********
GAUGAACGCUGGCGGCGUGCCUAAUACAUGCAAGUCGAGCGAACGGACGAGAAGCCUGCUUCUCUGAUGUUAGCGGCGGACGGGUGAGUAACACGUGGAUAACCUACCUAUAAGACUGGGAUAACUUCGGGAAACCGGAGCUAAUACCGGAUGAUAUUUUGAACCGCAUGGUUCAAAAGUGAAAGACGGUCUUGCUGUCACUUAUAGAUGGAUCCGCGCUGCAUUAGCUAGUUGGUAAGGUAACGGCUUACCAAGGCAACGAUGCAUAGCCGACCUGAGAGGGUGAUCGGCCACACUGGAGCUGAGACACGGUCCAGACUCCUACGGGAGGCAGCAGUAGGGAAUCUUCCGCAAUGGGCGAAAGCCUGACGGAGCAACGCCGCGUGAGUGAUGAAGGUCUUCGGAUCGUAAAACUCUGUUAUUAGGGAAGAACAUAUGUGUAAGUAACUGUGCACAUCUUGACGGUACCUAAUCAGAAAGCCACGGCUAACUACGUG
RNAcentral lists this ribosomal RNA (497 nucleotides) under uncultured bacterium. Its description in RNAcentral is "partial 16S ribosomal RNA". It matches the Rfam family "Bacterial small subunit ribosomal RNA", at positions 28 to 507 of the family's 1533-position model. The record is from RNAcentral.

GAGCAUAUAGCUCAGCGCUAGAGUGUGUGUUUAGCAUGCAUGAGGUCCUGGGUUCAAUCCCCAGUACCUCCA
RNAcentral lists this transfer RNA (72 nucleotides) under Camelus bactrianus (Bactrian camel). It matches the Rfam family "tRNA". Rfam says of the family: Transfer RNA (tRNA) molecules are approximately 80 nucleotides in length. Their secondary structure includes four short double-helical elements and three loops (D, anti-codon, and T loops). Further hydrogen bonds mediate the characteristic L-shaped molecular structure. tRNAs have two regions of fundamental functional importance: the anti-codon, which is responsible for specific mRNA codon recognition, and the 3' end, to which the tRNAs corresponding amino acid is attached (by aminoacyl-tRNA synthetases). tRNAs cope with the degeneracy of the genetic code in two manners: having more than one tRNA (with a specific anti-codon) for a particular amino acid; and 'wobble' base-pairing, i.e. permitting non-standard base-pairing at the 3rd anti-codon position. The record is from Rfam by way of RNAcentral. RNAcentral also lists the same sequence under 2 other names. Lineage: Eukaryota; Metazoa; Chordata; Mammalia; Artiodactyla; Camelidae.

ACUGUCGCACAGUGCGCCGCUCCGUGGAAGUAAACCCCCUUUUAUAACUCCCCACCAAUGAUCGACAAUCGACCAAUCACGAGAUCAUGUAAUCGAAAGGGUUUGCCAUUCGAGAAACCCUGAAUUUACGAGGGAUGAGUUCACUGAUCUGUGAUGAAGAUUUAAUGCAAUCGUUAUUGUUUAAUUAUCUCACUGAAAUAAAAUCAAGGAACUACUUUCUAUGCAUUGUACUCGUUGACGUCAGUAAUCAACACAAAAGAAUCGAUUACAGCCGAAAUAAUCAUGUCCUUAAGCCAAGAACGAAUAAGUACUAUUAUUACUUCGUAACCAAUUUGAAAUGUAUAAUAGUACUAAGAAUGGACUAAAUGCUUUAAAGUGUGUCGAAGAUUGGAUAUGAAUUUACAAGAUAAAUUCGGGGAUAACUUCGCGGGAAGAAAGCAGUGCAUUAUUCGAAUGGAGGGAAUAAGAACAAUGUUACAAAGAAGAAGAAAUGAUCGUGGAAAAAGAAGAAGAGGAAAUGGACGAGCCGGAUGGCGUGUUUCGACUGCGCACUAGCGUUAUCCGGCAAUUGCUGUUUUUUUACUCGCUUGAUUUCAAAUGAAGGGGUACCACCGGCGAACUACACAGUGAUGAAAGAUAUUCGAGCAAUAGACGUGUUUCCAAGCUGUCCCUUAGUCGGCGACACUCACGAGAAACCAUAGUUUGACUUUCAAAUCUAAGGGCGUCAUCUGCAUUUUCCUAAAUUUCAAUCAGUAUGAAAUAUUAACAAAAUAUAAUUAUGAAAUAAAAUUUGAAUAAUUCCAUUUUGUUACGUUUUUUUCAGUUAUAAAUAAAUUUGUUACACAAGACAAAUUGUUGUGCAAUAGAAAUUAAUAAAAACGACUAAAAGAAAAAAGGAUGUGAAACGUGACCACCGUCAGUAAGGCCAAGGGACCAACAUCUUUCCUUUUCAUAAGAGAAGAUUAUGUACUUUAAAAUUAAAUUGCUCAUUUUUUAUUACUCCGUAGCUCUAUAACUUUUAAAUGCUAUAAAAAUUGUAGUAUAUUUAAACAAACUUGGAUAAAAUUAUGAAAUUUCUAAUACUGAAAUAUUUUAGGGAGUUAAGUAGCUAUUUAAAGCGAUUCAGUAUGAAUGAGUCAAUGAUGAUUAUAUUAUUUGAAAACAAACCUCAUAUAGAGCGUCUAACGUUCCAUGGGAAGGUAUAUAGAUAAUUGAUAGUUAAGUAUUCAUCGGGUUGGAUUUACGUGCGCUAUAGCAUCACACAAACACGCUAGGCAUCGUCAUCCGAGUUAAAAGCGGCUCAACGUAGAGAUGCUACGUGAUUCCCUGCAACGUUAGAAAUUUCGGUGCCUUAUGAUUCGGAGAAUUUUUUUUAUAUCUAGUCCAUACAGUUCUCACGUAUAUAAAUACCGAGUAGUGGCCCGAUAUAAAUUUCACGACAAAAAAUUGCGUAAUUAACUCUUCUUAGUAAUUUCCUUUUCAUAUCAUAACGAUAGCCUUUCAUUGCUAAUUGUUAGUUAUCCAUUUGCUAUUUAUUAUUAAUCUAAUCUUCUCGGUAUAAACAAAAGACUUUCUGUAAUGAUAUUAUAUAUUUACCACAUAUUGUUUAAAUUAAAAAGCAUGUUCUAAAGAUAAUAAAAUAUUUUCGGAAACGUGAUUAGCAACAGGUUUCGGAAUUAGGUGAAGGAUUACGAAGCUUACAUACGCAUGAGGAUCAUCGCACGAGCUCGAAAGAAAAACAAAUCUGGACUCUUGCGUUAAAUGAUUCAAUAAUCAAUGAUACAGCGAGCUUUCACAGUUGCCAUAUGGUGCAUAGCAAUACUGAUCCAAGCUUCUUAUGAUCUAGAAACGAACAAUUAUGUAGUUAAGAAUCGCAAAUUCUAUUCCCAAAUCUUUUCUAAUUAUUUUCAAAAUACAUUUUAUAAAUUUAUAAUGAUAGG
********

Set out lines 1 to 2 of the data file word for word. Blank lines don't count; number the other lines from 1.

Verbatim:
GAUGAACGCUGGCGGCGUGCCUAAUACAUGCAAGUCGAGCGAACGGACGAGAAGCCUGCUUCUCUGAUGUUAGCGGCGGACGGGUGAGUAACACGUGGAUAACCUACCUAUAAGACUGGGAUAACUUCGGGAAACCGGAGCUAAUACCGGAUGAUAUUUUGAACCGCAUGGUUCAAAAGUGAAAGACGGUCUUGCUGUCACUUAUAGAUGGAUCCGCGCUGCAUUAGCUAGUUGGUAAGGUAACGGCUUACCAAGGCAACGAUGCAUAGCCGACCUGAGAGGGUGAUCGGCCACACUGGAGCUGAGACACGGUCCAGACUCCUACGGGAGGCAGCAGUAGGGAAUCUUCCGCAAUGGGCGAAAGCCUGACGGAGCAACGCCGCGUGAGUGAUGAAGGUCUUCGGAUCGUAAAACUCUGUUAUUAGGGAAGAACAUAUGUGUAAGUAACUGUGCACAUCUUGACGGUACCUAAUCAGAAAGCCACGGCUAACUACGUG
RNAcentral lists this ribosomal RNA (497 nucleotides) under uncultured bacterium. Its description in RNAcentral is "partial 16S ribosomal RNA". It matches the Rfam family "Bacterial small subunit ribosomal RNA", at positions 28 to 507 of the family's 1533-position model. The record is from RNAcentral.